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Premature Birth Story – World Prematurity Day

Worldwide, 1 in 10 babies are born prematurely – that’s 27,000 babies a year in Australia alone. World Prematurity Day, held on 17th November aims to raise awareness of preterm birth, and the challenges both babies and parents face. In honour of this important day, we’ve asked Karrie – mum of not one, but two premature babies – to share her incredible story with us.

“For 1 in 10 parents in Australia, their pregnancy will not be carried to term. Unfortunately, I was part of this statistic twice. My first baby, Evelyn was born at 30 weeks with antepartum haemorrhage, and my second, Oaklee was born at 32 weeks with the same condition following septicaemia.

Needless to say, becoming a mother was nowhere near what I imagined. I didn’t imagine the NICU, the tiny blood pressure cuffs, the oxygen saturation readers, the nurses (who become your whole world while caring for your little miracle), the social workers, the bonds you create with other NICU parents, the list goes on. It’s heartbreaking having to ask to hold your baby, often being told that you can’t just yet or can only do so for a little while. You end up longing for the care times that occur every 2-3 hours involving nappy changes, temperature checks and tube feeding, because that means you get to finally touch them. I will never forget having to fold a Huggies Newborn Nappy onto my preterm babies, otherwise the whole nappy would just consume their tiny frame.

You dread the day you’re discharged from the maternity ward. Knowing you will walk out of the hospital without your baby in your arms – nothing will ever prepare you for that, ever. It’s so important in these moments to fall back on the people who support you, because you truly need them.

In my experience, each of my premature babies were so different. Evie (born at 30 weeks) was huge for that gestation period at 1.8kgs, and Oaklee (born at 32 weeks) was 2.2kgs – also a great size. Despite Oaklee having an extra two weeks inside, she was worse off breathing-wise. Although Evie was highly dependent on CPAP, Oaklee needed to be intubated. I remember my heart breaking all over again, because I was sure that having extra time inside would make it easier – but sometimes this is just not the case.

Although Oaklee was intubated, she came off breathing support so much quicker. Evie was more challenging, needing CPAP for quite a while as she was having dangerous heart rate drops super regularly, as well as low oxygen levels. Every time the machine would alarm, you instantly feel sick wondering if it was for your baby or the next one. You go home every day anxious to receive a phone call from NICU. I’ll never forget the moment we received a phone call telling us Evie had stopped breathing overnight and needed to be revived. Thankfully, she was back on high flow after coming off CPAP. However, those anxious feelings never leave – every time a private number pops up, you hold your breath. Most of the time they’re calling to let you know your breast milk supply is low and you need to bring more to the hospital.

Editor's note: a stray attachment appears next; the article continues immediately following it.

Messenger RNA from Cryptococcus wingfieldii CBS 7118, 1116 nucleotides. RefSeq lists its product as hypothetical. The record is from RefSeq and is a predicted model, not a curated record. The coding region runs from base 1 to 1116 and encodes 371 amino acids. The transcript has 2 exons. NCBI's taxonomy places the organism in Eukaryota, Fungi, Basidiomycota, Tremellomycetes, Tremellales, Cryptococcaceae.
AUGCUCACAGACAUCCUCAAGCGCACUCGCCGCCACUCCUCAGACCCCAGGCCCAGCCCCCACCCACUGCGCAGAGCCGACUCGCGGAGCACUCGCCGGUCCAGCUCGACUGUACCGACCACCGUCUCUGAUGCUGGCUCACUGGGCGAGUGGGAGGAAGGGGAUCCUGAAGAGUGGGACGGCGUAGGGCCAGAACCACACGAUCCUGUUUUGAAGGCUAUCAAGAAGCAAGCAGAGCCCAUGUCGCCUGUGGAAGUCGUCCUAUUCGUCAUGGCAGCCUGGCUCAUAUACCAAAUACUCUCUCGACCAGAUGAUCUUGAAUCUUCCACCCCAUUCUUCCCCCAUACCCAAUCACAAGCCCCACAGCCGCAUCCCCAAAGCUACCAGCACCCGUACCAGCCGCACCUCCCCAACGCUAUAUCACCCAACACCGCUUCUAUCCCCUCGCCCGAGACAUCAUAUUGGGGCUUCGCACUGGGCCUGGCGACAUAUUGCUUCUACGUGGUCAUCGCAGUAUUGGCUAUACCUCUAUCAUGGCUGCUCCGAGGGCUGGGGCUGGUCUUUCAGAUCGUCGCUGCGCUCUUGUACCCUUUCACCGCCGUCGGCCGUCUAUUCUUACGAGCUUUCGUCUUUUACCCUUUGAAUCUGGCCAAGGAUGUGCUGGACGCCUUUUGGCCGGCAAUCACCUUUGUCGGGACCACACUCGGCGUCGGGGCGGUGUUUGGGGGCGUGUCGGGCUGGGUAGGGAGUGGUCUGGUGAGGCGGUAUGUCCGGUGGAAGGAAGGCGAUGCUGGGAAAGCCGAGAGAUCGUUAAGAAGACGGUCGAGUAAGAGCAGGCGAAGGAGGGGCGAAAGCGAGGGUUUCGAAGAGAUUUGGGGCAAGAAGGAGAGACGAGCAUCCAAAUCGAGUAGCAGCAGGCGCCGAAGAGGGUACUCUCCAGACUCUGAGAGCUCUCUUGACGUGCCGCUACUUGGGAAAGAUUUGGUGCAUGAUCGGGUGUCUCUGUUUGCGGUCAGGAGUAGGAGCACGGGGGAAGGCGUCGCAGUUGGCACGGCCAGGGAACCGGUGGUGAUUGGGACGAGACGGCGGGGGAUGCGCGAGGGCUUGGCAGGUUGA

That’s the other thing no parent is prepared for – when your baby is taken to NICU you’re told to pump every three hours to give them the best nourishment you can. As if the NICU wasn’t exhausting enough, being woken up every three hours overnight to pump will be. There were so many times I wanted to give up, because waking up to pump seemed pointless if I didn’t have my baby home with me. Not to mention, the stress can dramatically affect your supply, so many NICU mothers give up early or end up on medication to increase supply.

The last thing no one tells you – having a premature baby will test your relationship. My poor partner and I argued so much while our girls were in NICU. Often about trivial things because we had so much built-up emotion! But then there are the new relationships you form. When you’re in NICU, you feel like home will never come. You celebrate the milestones because you’re one step closer to going home, but you feel guilty because the next mother is wishing for the same. You become so close to your NICU neighbour because you’ve no doubt cried together more than once. People who were once strangers will become incredible bonds. You rely so heavily on the nurses, who you trust to look after your precious bundle with as much love as you would.

Evie was in NICU for six weeks, and Oaklee just two. We were so lucky to bring Oaklee home with a feeding tube, meaning we could bring her home earlier. When home day finally comes, you want to run out the doors, but you’re also scared to not have the machines and doctors confirming your baby is okay. You’re sad to leave the care team, yet so excited for your next chapter.

Going through this once was hard enough, but with two little miracles World Premmie Day will forever have a close place in our hearts.”

Stories like Karrie’s help encourage parents who may feel alone, scared or overwhelmed by life with a premature baby. That early newborn bubble where most families feel bliss can be scary or anxious for premmie parents. Their babies are so delicate (some born too early to be hugged) that the only clothing that touches their skin is a nappy. With that in mind, we created our tiniest nappy yet, the Huggies Nano Premmie Nappy – leaving no baby unhugged.

For more information about our nappy range for premmies, please visit: https://www.huggies.com.au/childbirth/premature-babies/tiniest-hugs